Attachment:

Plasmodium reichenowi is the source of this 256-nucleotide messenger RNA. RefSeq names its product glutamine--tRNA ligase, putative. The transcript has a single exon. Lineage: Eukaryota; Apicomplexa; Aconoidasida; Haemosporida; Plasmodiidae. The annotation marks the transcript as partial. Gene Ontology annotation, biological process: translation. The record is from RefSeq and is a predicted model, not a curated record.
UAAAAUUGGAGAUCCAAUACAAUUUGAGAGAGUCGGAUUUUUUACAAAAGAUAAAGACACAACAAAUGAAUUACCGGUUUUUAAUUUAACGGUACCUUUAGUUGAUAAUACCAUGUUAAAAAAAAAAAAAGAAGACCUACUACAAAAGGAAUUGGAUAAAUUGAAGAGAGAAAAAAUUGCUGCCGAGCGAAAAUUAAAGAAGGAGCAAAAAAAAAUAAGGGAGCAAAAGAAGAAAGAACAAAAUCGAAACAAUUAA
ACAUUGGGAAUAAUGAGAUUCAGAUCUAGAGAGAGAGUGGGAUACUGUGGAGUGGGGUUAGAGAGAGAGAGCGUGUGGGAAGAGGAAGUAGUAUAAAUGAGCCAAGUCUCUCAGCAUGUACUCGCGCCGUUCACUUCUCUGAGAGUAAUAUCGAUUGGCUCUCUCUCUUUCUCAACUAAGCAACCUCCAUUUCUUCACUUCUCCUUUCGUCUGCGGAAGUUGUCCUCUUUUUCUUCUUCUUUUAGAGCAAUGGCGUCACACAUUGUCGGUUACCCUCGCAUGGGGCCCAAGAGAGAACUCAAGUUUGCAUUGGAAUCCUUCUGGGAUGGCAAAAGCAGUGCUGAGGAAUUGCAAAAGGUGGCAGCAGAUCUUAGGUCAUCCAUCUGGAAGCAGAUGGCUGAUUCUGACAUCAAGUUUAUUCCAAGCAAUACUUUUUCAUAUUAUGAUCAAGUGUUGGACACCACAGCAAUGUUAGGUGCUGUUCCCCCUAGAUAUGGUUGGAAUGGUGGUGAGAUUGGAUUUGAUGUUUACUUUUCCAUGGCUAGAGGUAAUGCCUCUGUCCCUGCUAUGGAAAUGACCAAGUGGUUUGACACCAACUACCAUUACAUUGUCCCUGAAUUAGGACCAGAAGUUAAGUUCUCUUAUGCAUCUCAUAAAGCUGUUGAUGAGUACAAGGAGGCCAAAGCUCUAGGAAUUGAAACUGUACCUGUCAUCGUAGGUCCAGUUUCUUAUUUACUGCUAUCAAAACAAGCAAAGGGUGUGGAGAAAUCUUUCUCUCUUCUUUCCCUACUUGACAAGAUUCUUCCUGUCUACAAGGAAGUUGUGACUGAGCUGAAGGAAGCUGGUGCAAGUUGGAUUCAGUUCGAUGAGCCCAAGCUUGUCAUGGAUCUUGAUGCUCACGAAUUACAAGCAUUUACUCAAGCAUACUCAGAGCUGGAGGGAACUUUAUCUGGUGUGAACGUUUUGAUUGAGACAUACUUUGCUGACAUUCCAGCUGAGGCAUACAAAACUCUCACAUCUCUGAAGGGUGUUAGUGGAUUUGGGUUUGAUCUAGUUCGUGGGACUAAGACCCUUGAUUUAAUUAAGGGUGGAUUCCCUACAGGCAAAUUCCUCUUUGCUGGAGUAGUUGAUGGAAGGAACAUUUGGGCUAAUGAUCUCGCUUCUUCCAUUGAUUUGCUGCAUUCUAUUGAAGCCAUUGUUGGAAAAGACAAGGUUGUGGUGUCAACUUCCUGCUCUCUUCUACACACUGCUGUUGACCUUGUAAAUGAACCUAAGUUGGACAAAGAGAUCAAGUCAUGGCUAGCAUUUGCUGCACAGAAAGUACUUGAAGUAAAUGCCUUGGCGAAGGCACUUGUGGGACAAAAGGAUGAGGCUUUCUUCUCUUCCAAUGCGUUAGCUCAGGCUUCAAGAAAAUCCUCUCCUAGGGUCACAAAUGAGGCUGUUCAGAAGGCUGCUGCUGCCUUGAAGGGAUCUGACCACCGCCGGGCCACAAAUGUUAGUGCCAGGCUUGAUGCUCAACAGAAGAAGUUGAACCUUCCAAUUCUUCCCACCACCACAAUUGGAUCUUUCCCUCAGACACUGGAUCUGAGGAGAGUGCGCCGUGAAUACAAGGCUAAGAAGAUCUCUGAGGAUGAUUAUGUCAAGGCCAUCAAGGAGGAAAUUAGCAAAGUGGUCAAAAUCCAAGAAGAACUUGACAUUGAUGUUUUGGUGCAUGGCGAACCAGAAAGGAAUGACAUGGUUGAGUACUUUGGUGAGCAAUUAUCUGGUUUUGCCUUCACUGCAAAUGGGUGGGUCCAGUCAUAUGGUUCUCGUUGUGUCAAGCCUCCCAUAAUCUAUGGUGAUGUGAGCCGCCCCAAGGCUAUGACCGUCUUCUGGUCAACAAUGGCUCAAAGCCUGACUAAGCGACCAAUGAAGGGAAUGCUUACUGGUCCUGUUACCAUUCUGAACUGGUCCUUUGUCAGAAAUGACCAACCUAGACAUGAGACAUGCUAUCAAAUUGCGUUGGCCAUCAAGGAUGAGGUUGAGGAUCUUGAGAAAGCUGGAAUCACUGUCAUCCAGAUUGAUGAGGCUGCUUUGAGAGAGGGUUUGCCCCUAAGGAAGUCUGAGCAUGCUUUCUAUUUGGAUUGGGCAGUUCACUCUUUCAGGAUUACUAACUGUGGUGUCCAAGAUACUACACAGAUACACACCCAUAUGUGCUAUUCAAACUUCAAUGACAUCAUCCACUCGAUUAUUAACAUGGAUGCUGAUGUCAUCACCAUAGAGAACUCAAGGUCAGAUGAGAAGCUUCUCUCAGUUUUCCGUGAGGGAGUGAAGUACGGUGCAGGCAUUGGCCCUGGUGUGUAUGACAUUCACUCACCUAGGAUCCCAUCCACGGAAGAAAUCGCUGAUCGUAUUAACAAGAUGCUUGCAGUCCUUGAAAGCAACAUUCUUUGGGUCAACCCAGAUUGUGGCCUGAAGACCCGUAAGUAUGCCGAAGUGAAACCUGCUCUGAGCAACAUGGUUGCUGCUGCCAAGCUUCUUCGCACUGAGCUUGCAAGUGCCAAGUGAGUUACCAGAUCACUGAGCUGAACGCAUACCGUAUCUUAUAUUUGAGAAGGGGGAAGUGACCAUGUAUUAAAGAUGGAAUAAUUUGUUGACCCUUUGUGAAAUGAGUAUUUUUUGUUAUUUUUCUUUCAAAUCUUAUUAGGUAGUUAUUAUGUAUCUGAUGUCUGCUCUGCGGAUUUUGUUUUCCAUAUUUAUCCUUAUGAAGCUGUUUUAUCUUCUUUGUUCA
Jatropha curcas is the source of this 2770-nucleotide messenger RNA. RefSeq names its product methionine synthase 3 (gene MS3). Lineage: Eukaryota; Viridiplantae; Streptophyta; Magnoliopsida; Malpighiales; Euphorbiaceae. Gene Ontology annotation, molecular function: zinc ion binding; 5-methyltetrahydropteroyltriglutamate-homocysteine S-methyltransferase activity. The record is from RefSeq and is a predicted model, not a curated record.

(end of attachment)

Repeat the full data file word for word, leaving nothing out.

Plasmodium reichenowi is the source of this 256-nucleotide messenger RNA. RefSeq names its product glutamine--tRNA ligase, putative. The transcript has a single exon. Lineage: Eukaryota; Apicomplexa; Aconoidasida; Haemosporida; Plasmodiidae. The annotation marks the transcript as partial. Gene Ontology annotation, biological process: translation. The record is from RefSeq and is a predicted model, not a curated record.
UAAAAUUGGAGAUCCAAUACAAUUUGAGAGAGUCGGAUUUUUUACAAAAGAUAAAGACACAACAAAUGAAUUACCGGUUUUUAAUUUAACGGUACCUUUAGUUGAUAAUACCAUGUUAAAAAAAAAAAAAGAAGACCUACUACAAAAGGAAUUGGAUAAAUUGAAGAGAGAAAAAAUUGCUGCCGAGCGAAAAUUAAAGAAGGAGCAAAAAAAAAUAAGGGAGCAAAAGAAGAAAGAACAAAAUCGAAACAAUUAA
ACAUUGGGAAUAAUGAGAUUCAGAUCUAGAGAGAGAGUGGGAUACUGUGGAGUGGGGUUAGAGAGAGAGAGCGUGUGGGAAGAGGAAGUAGUAUAAAUGAGCCAAGUCUCUCAGCAUGUACUCGCGCCGUUCACUUCUCUGAGAGUAAUAUCGAUUGGCUCUCUCUCUUUCUCAACUAAGCAACCUCCAUUUCUUCACUUCUCCUUUCGUCUGCGGAAGUUGUCCUCUUUUUCUUCUUCUUUUAGAGCAAUGGCGUCACACAUUGUCGGUUACCCUCGCAUGGGGCCCAAGAGAGAACUCAAGUUUGCAUUGGAAUCCUUCUGGGAUGGCAAAAGCAGUGCUGAGGAAUUGCAAAAGGUGGCAGCAGAUCUUAGGUCAUCCAUCUGGAAGCAGAUGGCUGAUUCUGACAUCAAGUUUAUUCCAAGCAAUACUUUUUCAUAUUAUGAUCAAGUGUUGGACACCACAGCAAUGUUAGGUGCUGUUCCCCCUAGAUAUGGUUGGAAUGGUGGUGAGAUUGGAUUUGAUGUUUACUUUUCCAUGGCUAGAGGUAAUGCCUCUGUCCCUGCUAUGGAAAUGACCAAGUGGUUUGACACCAACUACCAUUACAUUGUCCCUGAAUUAGGACCAGAAGUUAAGUUCUCUUAUGCAUCUCAUAAAGCUGUUGAUGAGUACAAGGAGGCCAAAGCUCUAGGAAUUGAAACUGUACCUGUCAUCGUAGGUCCAGUUUCUUAUUUACUGCUAUCAAAACAAGCAAAGGGUGUGGAGAAAUCUUUCUCUCUUCUUUCCCUACUUGACAAGAUUCUUCCUGUCUACAAGGAAGUUGUGACUGAGCUGAAGGAAGCUGGUGCAAGUUGGAUUCAGUUCGAUGAGCCCAAGCUUGUCAUGGAUCUUGAUGCUCACGAAUUACAAGCAUUUACUCAAGCAUACUCAGAGCUGGAGGGAACUUUAUCUGGUGUGAACGUUUUGAUUGAGACAUACUUUGCUGACAUUCCAGCUGAGGCAUACAAAACUCUCACAUCUCUGAAGGGUGUUAGUGGAUUUGGGUUUGAUCUAGUUCGUGGGACUAAGACCCUUGAUUUAAUUAAGGGUGGAUUCCCUACAGGCAAAUUCCUCUUUGCUGGAGUAGUUGAUGGAAGGAACAUUUGGGCUAAUGAUCUCGCUUCUUCCAUUGAUUUGCUGCAUUCUAUUGAAGCCAUUGUUGGAAAAGACAAGGUUGUGGUGUCAACUUCCUGCUCUCUUCUACACACUGCUGUUGACCUUGUAAAUGAACCUAAGUUGGACAAAGAGAUCAAGUCAUGGCUAGCAUUUGCUGCACAGAAAGUACUUGAAGUAAAUGCCUUGGCGAAGGCACUUGUGGGACAAAAGGAUGAGGCUUUCUUCUCUUCCAAUGCGUUAGCUCAGGCUUCAAGAAAAUCCUCUCCUAGGGUCACAAAUGAGGCUGUUCAGAAGGCUGCUGCUGCCUUGAAGGGAUCUGACCACCGCCGGGCCACAAAUGUUAGUGCCAGGCUUGAUGCUCAACAGAAGAAGUUGAACCUUCCAAUUCUUCCCACCACCACAAUUGGAUCUUUCCCUCAGACACUGGAUCUGAGGAGAGUGCGCCGUGAAUACAAGGCUAAGAAGAUCUCUGAGGAUGAUUAUGUCAAGGCCAUCAAGGAGGAAAUUAGCAAAGUGGUCAAAAUCCAAGAAGAACUUGACAUUGAUGUUUUGGUGCAUGGCGAACCAGAAAGGAAUGACAUGGUUGAGUACUUUGGUGAGCAAUUAUCUGGUUUUGCCUUCACUGCAAAUGGGUGGGUCCAGUCAUAUGGUUCUCGUUGUGUCAAGCCUCCCAUAAUCUAUGGUGAUGUGAGCCGCCCCAAGGCUAUGACCGUCUUCUGGUCAACAAUGGCUCAAAGCCUGACUAAGCGACCAAUGAAGGGAAUGCUUACUGGUCCUGUUACCAUUCUGAACUGGUCCUUUGUCAGAAAUGACCAACCUAGACAUGAGACAUGCUAUCAAAUUGCGUUGGCCAUCAAGGAUGAGGUUGAGGAUCUUGAGAAAGCUGGAAUCACUGUCAUCCAGAUUGAUGAGGCUGCUUUGAGAGAGGGUUUGCCCCUAAGGAAGUCUGAGCAUGCUUUCUAUUUGGAUUGGGCAGUUCACUCUUUCAGGAUUACUAACUGUGGUGUCCAAGAUACUACACAGAUACACACCCAUAUGUGCUAUUCAAACUUCAAUGACAUCAUCCACUCGAUUAUUAACAUGGAUGCUGAUGUCAUCACCAUAGAGAACUCAAGGUCAGAUGAGAAGCUUCUCUCAGUUUUCCGUGAGGGAGUGAAGUACGGUGCAGGCAUUGGCCCUGGUGUGUAUGACAUUCACUCACCUAGGAUCCCAUCCACGGAAGAAAUCGCUGAUCGUAUUAACAAGAUGCUUGCAGUCCUUGAAAGCAACAUUCUUUGGGUCAACCCAGAUUGUGGCCUGAAGACCCGUAAGUAUGCCGAAGUGAAACCUGCUCUGAGCAACAUGGUUGCUGCUGCCAAGCUUCUUCGCACUGAGCUUGCAAGUGCCAAGUGAGUUACCAGAUCACUGAGCUGAACGCAUACCGUAUCUUAUAUUUGAGAAGGGGGAAGUGACCAUGUAUUAAAGAUGGAAUAAUUUGUUGACCCUUUGUGAAAUGAGUAUUUUUUGUUAUUUUUCUUUCAAAUCUUAUUAGGUAGUUAUUAUGUAUCUGAUGUCUGCUCUGCGGAUUUUGUUUUCCAUAUUUAUCCUUAUGAAGCUGUUUUAUCUUCUUUGUUCA
Jatropha curcas is the source of this 2770-nucleotide messenger RNA. RefSeq names its product methionine synthase 3 (gene MS3). Lineage: Eukaryota; Viridiplantae; Streptophyta; Magnoliopsida; Malpighiales; Euphorbiaceae. Gene Ontology annotation, molecular function: zinc ion binding; 5-methyltetrahydropteroyltriglutamate-homocysteine S-methyltransferase activity. The record is from RefSeq and is a predicted model, not a curated record.